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Becoming “Beautiful” … Becoming “American”? A Study on Constructions of Beauty and Identity Among Korean and Filipina Women in the United States

Abstract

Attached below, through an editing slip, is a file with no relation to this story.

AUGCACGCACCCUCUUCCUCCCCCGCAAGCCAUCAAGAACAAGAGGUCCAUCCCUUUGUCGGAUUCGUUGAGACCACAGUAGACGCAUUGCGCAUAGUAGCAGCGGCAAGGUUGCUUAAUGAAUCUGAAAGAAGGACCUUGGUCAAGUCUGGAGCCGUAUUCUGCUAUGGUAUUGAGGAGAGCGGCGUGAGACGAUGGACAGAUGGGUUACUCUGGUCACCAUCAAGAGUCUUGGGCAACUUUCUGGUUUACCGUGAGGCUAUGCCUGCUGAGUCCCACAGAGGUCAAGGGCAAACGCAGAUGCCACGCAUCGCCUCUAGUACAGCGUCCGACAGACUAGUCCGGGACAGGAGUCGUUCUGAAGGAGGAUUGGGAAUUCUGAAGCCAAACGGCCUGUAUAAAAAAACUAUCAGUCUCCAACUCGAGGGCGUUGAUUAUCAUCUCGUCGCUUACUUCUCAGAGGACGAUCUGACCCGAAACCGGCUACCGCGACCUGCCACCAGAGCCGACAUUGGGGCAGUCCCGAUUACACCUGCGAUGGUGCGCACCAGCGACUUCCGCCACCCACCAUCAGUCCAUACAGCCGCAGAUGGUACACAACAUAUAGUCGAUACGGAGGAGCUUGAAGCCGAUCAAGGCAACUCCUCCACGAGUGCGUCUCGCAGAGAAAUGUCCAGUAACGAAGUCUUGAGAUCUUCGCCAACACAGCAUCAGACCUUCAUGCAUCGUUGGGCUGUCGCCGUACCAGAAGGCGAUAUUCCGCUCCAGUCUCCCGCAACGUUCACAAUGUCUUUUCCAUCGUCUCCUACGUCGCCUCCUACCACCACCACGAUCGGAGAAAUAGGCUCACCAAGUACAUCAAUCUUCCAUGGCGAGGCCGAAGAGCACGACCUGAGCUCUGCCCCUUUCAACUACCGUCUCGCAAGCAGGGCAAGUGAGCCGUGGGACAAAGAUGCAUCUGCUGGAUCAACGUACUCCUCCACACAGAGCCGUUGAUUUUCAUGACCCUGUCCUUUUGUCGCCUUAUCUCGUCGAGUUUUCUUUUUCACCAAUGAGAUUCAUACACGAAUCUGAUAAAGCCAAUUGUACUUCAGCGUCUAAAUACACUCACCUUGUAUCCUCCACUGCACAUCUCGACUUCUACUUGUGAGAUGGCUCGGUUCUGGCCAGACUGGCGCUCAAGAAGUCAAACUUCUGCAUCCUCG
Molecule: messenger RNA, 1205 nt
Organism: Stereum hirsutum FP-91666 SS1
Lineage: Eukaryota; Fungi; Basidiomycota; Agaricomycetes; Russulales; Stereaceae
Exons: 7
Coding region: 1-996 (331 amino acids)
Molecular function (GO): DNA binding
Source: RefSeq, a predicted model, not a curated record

How do Korean and Filipina women engage in beauty and bodywork, to reconcile issues of ethnicity, identity, and beauty within American society? The minority status of Asians in the United States results in the adoption of basic Anglo-Saxon beauty ideals by Korean and Filipina women. Divergent assimilation experiences in the United States however create different pathways for these women to engage in beauty and bodywork. I analyze interviews conducted in 2005, with 9 Korean and 11 Filipina women, who were selected through a snowball method. The Korean and Filipina women’s beauty rhetoric indicate similar beauty ideologies in terms of ideal beauty and body types. Differences in rhetoric among these women arose in how they identified their looks within American culture. Korean women explained their beauty ideals by referencing social class, while Filipina women referenced the social culture they associated with (i.e., black culture). Differences among these women were even more prevalent within beauty work. Korean women were actively working to maintain white body ideals (i.e., weight) more so than their Filipina counterparts. The women’s responses reflect the ways in which assimilation experiences and gender stereotypes affect how these women engage in beauty and bodywork.

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